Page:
There are also a variety of unique eating disorder considerations for certain subsections of the LGBTQIA+ community. Transgender people may develop eating disorder symptoms related to gender dysphoria and body dissatisfaction. In this case, disordered eating may be triggered in part by a desire to change their body to affirm their gender identity. Trans men, for example, may engage in restriction in an attempt to change the size of their breasts or hips or to suppress menses. Another example can be seen in gay men who have the desire to look both lean and muscular, which may lead to steroid use or restriction or compulsive exercise.
The side effects of hormone replacement therapy (HRT) for gender transition are another important area of consideration for members of LGBTQIA+ community that aren’t very well understood from a medical provider perspective. Side effects associated with HRT can mask or magnify eating disorder symptoms. It’s essential that the professional care community be aware of this issue when treating trans patients — especially since there isn’t much related data and research yet.
These examples highlight the need for health care providers to complete a comprehensive assessment of potential eating disorders within the LGBTQIA+ community. As a culture, we still buy into this myth that all people with eating disorders are thin, young, white women — and that’s just not true. This myth contributes to eating disorders being overlooked or dismissed in anyone who doesn’t fit into that narrow category.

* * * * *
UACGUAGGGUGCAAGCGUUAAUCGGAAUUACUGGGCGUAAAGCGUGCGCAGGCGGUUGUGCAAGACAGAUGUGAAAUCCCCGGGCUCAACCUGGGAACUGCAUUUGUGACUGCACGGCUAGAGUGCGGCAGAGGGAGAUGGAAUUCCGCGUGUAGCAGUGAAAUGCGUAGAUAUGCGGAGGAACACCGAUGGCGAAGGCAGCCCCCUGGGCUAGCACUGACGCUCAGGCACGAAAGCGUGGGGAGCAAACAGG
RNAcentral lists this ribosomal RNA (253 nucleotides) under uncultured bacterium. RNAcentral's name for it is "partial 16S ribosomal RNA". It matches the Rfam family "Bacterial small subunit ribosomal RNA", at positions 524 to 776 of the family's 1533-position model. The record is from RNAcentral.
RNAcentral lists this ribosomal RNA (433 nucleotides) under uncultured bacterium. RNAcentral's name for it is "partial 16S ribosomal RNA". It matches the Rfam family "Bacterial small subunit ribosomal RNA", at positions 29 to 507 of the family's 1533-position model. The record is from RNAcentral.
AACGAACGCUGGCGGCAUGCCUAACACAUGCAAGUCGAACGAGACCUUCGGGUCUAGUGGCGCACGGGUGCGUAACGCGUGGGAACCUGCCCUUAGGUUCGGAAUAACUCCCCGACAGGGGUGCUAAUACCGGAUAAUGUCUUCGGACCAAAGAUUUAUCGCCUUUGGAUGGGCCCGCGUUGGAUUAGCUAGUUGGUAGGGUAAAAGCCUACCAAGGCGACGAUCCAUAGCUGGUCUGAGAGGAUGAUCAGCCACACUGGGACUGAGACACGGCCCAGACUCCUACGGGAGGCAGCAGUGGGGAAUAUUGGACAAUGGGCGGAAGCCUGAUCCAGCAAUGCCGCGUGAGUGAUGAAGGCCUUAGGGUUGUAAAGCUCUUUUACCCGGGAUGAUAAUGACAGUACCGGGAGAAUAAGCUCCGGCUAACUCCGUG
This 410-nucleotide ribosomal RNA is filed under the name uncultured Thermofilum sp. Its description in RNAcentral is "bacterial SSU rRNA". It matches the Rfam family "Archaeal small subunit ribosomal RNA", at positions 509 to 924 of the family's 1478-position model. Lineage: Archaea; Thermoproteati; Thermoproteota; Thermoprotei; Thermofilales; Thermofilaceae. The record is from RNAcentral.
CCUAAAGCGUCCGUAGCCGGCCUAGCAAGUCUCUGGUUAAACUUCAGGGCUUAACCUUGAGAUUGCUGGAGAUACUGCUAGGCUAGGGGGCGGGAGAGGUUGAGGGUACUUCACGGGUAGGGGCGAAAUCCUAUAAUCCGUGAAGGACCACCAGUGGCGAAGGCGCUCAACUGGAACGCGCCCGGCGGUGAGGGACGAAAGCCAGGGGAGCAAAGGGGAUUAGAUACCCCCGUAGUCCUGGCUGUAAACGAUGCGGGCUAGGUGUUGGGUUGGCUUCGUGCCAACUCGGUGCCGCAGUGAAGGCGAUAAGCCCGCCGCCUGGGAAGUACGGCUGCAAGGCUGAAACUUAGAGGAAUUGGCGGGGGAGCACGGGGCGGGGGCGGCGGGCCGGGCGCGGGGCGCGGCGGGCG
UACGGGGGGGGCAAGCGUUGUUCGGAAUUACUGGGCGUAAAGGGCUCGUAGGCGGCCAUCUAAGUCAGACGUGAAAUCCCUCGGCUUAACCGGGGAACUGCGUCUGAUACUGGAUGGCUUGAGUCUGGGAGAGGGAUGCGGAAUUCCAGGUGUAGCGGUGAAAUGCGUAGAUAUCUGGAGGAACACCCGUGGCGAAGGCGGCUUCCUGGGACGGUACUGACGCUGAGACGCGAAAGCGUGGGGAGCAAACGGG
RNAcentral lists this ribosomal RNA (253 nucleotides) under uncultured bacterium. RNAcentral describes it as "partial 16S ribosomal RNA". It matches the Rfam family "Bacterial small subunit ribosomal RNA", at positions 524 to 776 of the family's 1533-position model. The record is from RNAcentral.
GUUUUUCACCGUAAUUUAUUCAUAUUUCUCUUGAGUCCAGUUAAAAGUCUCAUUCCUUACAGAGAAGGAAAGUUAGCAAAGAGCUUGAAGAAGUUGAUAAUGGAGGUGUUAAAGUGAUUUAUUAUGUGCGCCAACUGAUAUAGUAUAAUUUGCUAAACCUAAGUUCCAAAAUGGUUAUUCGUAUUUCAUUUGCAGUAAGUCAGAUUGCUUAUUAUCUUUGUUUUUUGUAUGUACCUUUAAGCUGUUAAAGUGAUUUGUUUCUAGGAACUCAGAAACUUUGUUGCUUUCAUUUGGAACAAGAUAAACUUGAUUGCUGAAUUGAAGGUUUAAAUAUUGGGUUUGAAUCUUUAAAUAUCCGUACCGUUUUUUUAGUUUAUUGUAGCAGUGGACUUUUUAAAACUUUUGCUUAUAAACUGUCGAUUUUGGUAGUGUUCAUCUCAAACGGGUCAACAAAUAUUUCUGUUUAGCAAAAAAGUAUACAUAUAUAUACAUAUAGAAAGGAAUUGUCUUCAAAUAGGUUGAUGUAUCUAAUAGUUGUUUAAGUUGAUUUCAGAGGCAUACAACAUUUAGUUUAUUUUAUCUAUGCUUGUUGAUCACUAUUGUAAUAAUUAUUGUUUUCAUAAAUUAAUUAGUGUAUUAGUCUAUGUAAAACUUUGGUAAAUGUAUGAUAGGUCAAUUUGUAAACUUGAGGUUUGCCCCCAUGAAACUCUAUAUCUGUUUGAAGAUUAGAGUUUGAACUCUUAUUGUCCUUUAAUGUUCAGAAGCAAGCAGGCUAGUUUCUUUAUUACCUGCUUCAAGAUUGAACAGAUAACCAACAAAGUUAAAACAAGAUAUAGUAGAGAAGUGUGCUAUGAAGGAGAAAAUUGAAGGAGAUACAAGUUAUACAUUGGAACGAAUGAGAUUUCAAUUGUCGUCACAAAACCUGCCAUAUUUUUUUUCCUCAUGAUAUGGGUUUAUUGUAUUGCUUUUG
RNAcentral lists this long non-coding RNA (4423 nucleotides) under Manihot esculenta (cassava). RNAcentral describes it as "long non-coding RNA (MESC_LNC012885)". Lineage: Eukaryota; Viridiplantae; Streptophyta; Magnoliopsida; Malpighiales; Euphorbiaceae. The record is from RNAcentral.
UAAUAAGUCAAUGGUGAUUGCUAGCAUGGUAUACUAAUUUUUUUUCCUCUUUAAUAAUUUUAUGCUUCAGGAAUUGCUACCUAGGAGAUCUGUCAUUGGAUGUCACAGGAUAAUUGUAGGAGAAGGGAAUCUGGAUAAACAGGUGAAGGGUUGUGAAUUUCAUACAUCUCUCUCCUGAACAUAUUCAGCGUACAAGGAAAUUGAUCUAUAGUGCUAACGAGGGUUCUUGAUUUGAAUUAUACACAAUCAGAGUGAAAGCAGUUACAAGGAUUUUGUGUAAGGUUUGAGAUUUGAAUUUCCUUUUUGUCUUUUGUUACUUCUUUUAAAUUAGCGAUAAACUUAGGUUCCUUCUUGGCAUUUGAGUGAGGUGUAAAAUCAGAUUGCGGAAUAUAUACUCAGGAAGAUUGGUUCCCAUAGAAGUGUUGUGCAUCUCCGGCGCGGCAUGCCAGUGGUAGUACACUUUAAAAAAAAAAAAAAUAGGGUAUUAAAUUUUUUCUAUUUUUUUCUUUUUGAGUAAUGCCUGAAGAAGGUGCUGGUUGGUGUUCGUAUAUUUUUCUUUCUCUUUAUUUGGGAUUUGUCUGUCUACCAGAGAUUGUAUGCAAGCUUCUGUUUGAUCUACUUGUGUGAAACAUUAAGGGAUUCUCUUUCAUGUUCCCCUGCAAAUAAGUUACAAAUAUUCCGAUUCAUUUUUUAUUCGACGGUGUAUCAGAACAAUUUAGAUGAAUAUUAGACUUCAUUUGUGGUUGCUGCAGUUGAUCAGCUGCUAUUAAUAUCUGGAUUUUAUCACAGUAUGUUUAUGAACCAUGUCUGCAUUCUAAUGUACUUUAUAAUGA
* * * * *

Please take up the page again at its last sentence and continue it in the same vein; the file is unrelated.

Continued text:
The importance of finding an affirming treatment environment
Unless a treatment facility explicitly states that they provide affirmative care, it can be difficult for someone in the LGBTQIA+ community to find a provider that will make them feel safe and seen. At Veritas, we aim to be a leader in providing affirmative and competent care to LGBTQIA+ individuals, and support and follow best practices at every stage of the treatment process.
For instance, we take gender identity into account when making room assignments. When determining expected body weight (EDW) for trans patients, we look at both sex assigned at birth and gender identity growth charts and whether they have received HRT. Our dietitians are also highly skilled and trained at providing treatment for transgender individuals in the process of transitioning.
Another best practice in creating an affirming treatment environment is using respectful and inclusive language. At Veritas, we are incredibly mindful about using the names and pronouns that reflect each person’s identity. Accomplishing this involves comprehensive training for our staff, from front line to executive team, in providing affirming care to LGBTQIA+ patients.
How to support someone in the LGBTQIA+ community with an eating disorder
If you’re looking for ways to be there for a friend or loved one in the LGBTQIA+ community who has an eating disorder, it’s important that the person who is struggling feels fully seen and embraced. Here are some tips to provide support: